Limits...
A short guide to topological terms in the effective theories of condensed matter

View Article: PubMed Central - PubMed

ABSTRACT

This article is meant as a gentle introduction to the topological terms that often play a decisive role in effective theories describing topological quantum effects in condensed matter systems. We first take up several prominent examples, mainly from the area of quantum magnetism and superfluids/superconductors. We then briefly discuss how these ideas are now finding incarnations in the studies of symmetry-protected topological phases, which are in a sense a generalization of the concept of topological insulators to a wider range of materials, including magnets and cold atoms.

No MeSH data available.


The trajectory of a vortex executing a round excursion through a superfluid (of superconductor) thin film. The Berry phase associated with this process, which is recorded by the topological term, is proportional to the number of particles within the area bounded by the closed curve. In an analogy with the Aharonov–Bohm effect, this indicates that the vortex behaves like a charged particle in an external magnetic field.
© Copyright Policy - open-access
Related In: Results  -  Collection

License
getmorefigures.php?uid=PMC5036487&req=5

Figure 2: The trajectory of a vortex executing a round excursion through a superfluid (of superconductor) thin film. The Berry phase associated with this process, which is recorded by the topological term, is proportional to the number of particles within the area bounded by the closed curve. In an analogy with the Aharonov–Bohm effect, this indicates that the vortex behaves like a charged particle in an external magnetic field.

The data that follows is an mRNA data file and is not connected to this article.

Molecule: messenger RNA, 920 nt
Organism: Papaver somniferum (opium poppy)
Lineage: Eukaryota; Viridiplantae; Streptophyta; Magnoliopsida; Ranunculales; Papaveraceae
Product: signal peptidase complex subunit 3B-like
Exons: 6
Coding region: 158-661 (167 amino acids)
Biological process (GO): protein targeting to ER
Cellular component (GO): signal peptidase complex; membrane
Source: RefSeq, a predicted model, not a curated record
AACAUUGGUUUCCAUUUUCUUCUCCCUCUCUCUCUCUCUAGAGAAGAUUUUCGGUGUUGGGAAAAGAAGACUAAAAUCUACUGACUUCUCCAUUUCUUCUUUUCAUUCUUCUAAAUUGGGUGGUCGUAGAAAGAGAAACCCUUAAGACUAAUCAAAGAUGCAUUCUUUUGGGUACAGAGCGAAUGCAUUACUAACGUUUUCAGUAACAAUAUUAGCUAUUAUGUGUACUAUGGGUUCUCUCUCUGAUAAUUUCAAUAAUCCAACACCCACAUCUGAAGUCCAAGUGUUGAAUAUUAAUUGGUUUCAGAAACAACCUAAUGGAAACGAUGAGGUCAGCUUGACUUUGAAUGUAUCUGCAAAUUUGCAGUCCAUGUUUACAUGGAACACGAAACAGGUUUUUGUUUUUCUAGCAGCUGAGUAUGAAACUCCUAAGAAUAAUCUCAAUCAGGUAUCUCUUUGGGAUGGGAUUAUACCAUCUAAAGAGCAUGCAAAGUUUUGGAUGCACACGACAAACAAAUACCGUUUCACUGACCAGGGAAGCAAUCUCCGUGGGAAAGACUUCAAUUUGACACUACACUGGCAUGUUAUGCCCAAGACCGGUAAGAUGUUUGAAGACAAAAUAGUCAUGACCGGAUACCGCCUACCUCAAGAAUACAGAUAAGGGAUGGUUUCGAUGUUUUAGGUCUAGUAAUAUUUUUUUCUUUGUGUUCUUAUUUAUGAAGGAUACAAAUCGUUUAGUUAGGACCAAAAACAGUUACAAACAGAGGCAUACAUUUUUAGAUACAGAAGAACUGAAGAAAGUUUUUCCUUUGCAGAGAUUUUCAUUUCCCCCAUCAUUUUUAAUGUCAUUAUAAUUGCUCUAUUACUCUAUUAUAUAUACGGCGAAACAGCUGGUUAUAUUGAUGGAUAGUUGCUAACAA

Mentions: The second term on the right-hand side can be derived from a standard Ginzburg–Landau type action using a phase-only approximation. (The coefficient K, which describes the rigidity against phase fluctuations, is proportional to the square of the amplitude of the order-parameter. We also note that we have set for simplicity a coefficient with the dimension of a velocity to unity.) The first term is the topological or Berry phase term, and resembles the -term which appears in the (imaginary-time) Lagrangian of a single particle whose dynamics is described in terms of a pair of canonically conjugate variables q (position) and p (momentum). Recalling that the canonical conjugate of the phase ϕ is the particle density of the superfluid condensate, we interpret the coefficient ρ as the superfluid density (or more precisely, the offset value that this term imposes on this physical quantity). To see how this term influences the physics of the superfluid, we will study the motion of a vortex moving about in the system; for simplicity we consider a 2D system, i.e. a superfluid thin film, with a constant value of ρ. Furthermore, we assume that the vortex returns after an excursion to its initial position (see figure 2), as is required from the periodicity in the imaginary time direction. It is easy to check that the action contributes the quantity each time the vortex goes around a (bosonic) particle in a superfluid condensate (or in superconductor language, a Cooper pair), where is the vorticity. Hence, if the total number of bosons which has been encircled by the vortex is , where A is the area bounded by the trajectory (note that in the 2D case ρ is the number of condensate particles per area, and generally is not an integer), the net outcome from the topological term becomes . In other words, it contributes to the Boltzmann weight entering the path integral a phase factor of8This may be viewed as an Aharonov–Bohm-like effect; vortices see the surrounding condensate particles as a sort of magnetic field (with an intensity proportional to ρ), as is clear from the phase accumulation that occurs when the vortex performs a round trip.